Sending Kids to College: BTDT Mom’s Advice On How to Cope Up With the Sudden Transition

This guest post is submitted by Claire Adams, a personality development expert and HR & ER Specialist

Your little bird is finally leaving its nest to start a new life in an unknown environment without you, and you know that your family home will never be the same.Sending their kids to college is probably one of the most emotional moments in every parent’s life.

As scary as it all seems, there are ways of coping with this important transition, and as a mom who’s been through it all, I’d like to share some of them with you.

Plan Ahead

Be prepared for what’s going to happen. You will definitely miss your child, and will probably lose your mind countless times over all the things happening that you can no longer control ‒ but you will also have more time to dedicate to yourself.

If you have always wanted to learn a new language, take up dancing classes, dedicate more time to your hobby, or just read that book that’s been gathering dust on the shelf for years but could never find the time, you will soon be able to.

Finding new interests (or pursuing the ones you already have) is a great way to keep busy, feel productive, meet new people, and ease your own adjustment to the new, “emptier” home. You could also use the opportunity to thoroughly clean your kid’s room since we all know how hard it is to touch anything in it while they are home, even when their things are scattered all over the floor.

how to send your kids to college

                                                             Photo by Tim Gouw on Unsplash

Support Your Child

It’s very important to offer support, not judgment. Keep your opinions of your child’s dorm and roommate to yourself, or better yet, get involved into the dorm-choosing process so you won’t have to worry about it at all.

Opting for a reliable and safe student accommodation like fully-equipped Iglu living spaces will ease your mind and ensure that your child has everything they might need. Also, try to keep the arguments at home to a minimum; this isn’t the time for getting mad at each other.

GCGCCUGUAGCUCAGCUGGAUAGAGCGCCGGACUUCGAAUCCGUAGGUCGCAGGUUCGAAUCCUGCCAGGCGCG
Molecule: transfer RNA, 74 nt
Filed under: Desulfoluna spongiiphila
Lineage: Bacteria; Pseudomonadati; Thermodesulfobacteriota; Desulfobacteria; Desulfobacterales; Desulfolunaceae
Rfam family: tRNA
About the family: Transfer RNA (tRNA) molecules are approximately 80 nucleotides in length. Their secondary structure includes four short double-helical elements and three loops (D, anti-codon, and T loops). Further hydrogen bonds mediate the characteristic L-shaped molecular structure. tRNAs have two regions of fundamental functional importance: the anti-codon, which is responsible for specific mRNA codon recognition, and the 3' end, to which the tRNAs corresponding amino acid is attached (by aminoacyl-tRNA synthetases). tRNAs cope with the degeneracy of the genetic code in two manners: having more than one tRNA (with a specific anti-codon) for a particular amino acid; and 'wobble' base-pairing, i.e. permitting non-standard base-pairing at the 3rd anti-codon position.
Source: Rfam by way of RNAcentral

Acknowledge Your Feelings

Try not to be too harsh on yourself ‒ know that whatever it is that you are feeling, it’s perfectly normal.  You might feel like you’re losing a part of your identity, but most of the negative feeling will go away once you know your child is settled. Most importantly, try not to take this transition personally ‒ your kid is not leaving because they want to get away from you. There is nothing you did wrong and even if you occasionally get labeled as “clingy” or “annoying”, try to ignore these outbursts.

Think of it this way ‒ leaving home is probably just as hard for your children as it is for you, so telling themselves that their mom is too controlling or that their siblings are irritating makes it easier for them to say goodbye. It’s all a normal part of growing up and becoming independent ‒ they still love you and they always will.

Focus On Your Other Relationships

To get your mind off the fact your child being far away from you, focus on your other relationships.

If you have more kids, spend some quality time with those still at home. Catch up with your old friends, take your dog for a walk in the park or go for a romantic dinner with your partner.

As previously mentioned, you will probably have more free time, so instead of stressing about things you cannot change, try to focus on the ones you can.

Give them space

The worst thing you could do after they leave is start calling them ten times a day. Keep in mind that they are in a new environment, so they’ll need time to adjust and make new friends ‒ and they can’t do that if they are constantly on the phone with you.

What you could do is learn how to use Skype, Viber, or WhatsApp and let your child decide how much and how often they want to talk to you. Doing so will make it easier for you to stay in touch without wasting money on numerous phone calls, and it will show your child that you respect their time and that you will still be there for them whenever needed.

We all react to different things in a different way, and there’s no way to fully prepare for such a change, so adjusting to the new reality can take some time. Try not to worry too much, focus on good things and trust me, everything will turn out just fine.

About the Author

 parenting tipsClaire is a personal and professional development expert who believes that a positive attitude is one of the keys to success. You can find her online writing and giving tips about lifestyle and development as a regular contributor at

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A positive living and self development blogger and motivator.
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